Now, the researcher noted that the bacteria were likely harmless, and personally I go out of my way to cultivate good bacteria in my food (in probiotic-rich yogurt, for example). So I’m not saying sterile food is the goal here, only that the alcohol seems to have had a big impact on the microbial population.
With that said, the researcher noted that the experiment would need to be repeated under a variety of conditions in order to definitely prove whether or not spiked eggnog with raw eggs is safe. Fortunately, both raw egg yolks and alcohol are optional in the recipe below.
Also, 14% alcohol can add a pretty strong punch to eggnog, but there’s a way to make it safely with less. (See my recipe notes).
If you love nutmeg, feel free to add more. If you’re not a huge fan, use less and consider adding some cinnamon.
If possible, chill your eggnog in the fridge overnight to let the flavors meld together.
If you want to make a dairy-free version, use coconut cream and coconut milk instead of regular cream and milk. The eggnog will have a slight coconut flavor, but it’s barely noticeable if you’re adding rum or bourbon. If you don’t want to add liquor and feel like it’s a little to coconut-flavored, try adding a little more vanilla and nutmeg.
This recipe uses egg yolks only, but you can use the leftover egg whites in other recipes.
Homemade Eggnog Recipe
Made from wholesome ingredients, this traditional homemade eggnog recipe is smooth, creamy, perfectly spiced, and so easy to make.
Candy thermometer (for cooked version)
Instructions No-Heat Blender Method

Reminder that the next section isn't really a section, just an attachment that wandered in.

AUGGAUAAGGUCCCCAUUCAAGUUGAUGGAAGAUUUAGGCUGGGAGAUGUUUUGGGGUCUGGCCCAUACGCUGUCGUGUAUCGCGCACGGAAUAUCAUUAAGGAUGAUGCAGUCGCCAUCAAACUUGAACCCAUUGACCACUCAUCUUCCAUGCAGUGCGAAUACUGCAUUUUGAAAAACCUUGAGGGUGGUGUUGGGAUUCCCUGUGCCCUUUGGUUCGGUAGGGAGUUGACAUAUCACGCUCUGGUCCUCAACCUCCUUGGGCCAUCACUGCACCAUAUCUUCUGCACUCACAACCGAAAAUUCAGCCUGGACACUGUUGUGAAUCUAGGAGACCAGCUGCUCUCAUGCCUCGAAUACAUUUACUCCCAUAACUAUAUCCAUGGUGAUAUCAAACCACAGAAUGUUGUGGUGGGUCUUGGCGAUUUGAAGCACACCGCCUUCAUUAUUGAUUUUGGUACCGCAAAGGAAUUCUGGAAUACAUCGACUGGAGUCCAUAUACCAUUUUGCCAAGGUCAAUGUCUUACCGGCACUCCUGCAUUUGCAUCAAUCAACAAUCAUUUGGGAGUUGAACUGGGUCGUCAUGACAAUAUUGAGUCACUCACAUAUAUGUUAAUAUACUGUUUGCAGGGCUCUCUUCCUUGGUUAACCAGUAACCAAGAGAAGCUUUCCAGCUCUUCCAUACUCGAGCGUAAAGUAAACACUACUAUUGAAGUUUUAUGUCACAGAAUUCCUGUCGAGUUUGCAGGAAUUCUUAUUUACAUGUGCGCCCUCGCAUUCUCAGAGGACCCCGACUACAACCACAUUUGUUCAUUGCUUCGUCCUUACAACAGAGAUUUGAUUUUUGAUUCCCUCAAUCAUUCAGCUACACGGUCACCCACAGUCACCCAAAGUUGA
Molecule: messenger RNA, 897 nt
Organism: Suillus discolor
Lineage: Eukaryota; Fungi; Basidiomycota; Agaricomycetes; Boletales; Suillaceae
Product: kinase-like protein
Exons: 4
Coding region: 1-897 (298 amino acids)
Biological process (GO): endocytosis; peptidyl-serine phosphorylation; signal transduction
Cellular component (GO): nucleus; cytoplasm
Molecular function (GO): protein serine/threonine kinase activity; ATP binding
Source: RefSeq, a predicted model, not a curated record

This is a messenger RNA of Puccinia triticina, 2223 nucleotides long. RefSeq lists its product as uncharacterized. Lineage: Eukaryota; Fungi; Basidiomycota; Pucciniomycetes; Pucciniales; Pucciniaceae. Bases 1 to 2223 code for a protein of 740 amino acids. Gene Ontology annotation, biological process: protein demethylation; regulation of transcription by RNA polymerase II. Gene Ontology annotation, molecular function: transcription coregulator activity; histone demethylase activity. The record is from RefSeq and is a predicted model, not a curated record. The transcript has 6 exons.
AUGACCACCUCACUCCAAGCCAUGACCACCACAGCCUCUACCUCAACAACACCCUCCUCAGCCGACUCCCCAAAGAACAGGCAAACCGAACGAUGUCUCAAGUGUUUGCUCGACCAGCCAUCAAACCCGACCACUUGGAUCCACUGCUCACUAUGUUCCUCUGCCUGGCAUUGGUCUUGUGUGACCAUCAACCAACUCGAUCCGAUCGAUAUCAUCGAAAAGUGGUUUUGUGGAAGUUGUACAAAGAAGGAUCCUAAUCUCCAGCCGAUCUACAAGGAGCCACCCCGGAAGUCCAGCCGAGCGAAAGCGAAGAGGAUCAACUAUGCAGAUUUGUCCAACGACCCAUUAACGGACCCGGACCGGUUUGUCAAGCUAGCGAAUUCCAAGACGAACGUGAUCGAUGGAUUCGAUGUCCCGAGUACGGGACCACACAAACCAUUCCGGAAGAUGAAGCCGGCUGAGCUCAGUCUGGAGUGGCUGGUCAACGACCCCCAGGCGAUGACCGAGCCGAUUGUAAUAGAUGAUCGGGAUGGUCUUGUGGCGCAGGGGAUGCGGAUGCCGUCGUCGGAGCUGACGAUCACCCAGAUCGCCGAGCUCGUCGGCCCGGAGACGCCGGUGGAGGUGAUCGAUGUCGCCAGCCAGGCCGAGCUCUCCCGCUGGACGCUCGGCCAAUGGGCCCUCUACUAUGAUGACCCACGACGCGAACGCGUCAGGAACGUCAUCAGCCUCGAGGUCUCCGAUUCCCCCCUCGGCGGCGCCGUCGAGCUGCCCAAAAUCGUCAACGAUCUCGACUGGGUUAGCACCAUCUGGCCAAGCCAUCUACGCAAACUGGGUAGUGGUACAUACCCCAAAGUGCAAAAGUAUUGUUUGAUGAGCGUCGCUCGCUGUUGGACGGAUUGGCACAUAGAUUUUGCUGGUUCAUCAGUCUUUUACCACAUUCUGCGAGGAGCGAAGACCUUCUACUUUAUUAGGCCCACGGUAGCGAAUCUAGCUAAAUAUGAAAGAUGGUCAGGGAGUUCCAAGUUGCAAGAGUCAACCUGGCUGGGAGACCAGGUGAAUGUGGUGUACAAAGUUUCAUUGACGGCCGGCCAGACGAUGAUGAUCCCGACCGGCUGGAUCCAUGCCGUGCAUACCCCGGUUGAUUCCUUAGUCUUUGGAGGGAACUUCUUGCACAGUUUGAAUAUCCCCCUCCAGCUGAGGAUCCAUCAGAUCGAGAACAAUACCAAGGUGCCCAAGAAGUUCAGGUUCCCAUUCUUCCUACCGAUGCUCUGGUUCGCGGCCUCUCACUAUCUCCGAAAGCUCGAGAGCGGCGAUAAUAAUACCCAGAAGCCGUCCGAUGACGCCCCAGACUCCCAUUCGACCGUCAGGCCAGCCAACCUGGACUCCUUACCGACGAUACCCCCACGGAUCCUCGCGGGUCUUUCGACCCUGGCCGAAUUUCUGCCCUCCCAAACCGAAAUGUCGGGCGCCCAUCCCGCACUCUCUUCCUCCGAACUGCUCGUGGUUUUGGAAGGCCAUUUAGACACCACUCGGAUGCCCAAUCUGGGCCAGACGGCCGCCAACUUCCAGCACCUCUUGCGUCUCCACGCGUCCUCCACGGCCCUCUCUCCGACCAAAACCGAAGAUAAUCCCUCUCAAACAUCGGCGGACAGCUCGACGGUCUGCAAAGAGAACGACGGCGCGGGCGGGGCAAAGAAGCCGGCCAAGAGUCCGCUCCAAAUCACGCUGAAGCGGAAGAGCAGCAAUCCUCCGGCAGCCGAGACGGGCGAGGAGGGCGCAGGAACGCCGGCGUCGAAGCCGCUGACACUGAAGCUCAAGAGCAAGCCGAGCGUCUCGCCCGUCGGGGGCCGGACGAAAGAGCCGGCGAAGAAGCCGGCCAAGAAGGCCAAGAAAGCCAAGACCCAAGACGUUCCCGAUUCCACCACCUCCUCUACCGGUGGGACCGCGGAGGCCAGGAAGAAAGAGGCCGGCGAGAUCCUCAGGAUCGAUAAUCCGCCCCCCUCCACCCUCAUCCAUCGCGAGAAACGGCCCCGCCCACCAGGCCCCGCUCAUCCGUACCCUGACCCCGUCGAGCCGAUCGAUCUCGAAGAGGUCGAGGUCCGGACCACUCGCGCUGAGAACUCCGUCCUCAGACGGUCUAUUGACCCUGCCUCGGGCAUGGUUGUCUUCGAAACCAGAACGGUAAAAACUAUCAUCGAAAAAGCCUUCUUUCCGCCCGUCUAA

Add the milk, cream, egg yolks, maple syrup, vanilla extract and salt to a blender.
Blend everything together for about a minute, then add alcohol if using and blend for another 10-15 seconds. Pour the eggnog into a jar with a lid, then place it in the refrigerator to chill. If possible, allow the eggnog to chill overnight so the flavors meld together even more.
Sprinkle with nutmeg and garnish with a cinnamon stick if desired before serving. Stir before serving.
Cooked Eggnog Method
In a medium bowl, whisk the egg yolks together with the maple syrup until well-combined.
Place the milk and cream in a saucepan and on the stovetop until it is steaming but not boiling.
Take the milk/cream mixture and S-L-O-W-L-Y pour it into the egg mixture while whisking continuously. This is called tempering the eggs, which basically means you're heating them without accidentally scrambling them in the process.
Return the mixture to the stove top set to low/medium heat. Place the candy thermometer in the pot and continue to heat until the temperature reads 160F, then immediately remove it from heat.
Stir in the vanilla, nutmeg and salt, then transfer it to a jar and place it in the fridge to cool. If you're adding liquor, wait at least an hour to stir it in.
Pour the eggnog into a jar with a lid, then place it in the refrigerator to chill. If possible, allow the eggnog to chill overnight so the flavors meld together even more. Stir before serving.
Notes Raw eggs are optional in this recipe. They can increase the risk of foodborne illness. Older adults, pregnant women, infants, and immunocompromised people should avoid eating raw eggs or foods that contain raw eggs.
Notes On Adding Rum Or Bourbon You can add rum or bourbon to taste.
It tastes pretty strong, so when I made it with this method I ended up diluting the final product just before serving with a little more cream, maple syrup and nutmeg to taste.
The process looks like this:
Use at least 1.5 ounces of 80-proof liquor for every egg (Three yolks are roughly equivalent in volume to one whole egg, so for the six egg yolks in this recipe the amount of 80-proof liquor to use would be 3 ounces. )
Mix the alcohol, eggs, and maple syrup together and don't add the dairy. Allow mixture to age.
When you're ready to serve, add the dairy, vanilla, nutmeg and salt to a blender along with the egg mixture and whip on high for one minute.
In the Cook's Illustrated version, the egg/liquor mixture is aged for three weeks to mellow out the flavor and give the alcohol time to do its job. However, in a similar experiment done by a microbiologist at the Rockefeller lab only 24 hours was needed.
Let us eat, drink, and be merry! Merry Christmas!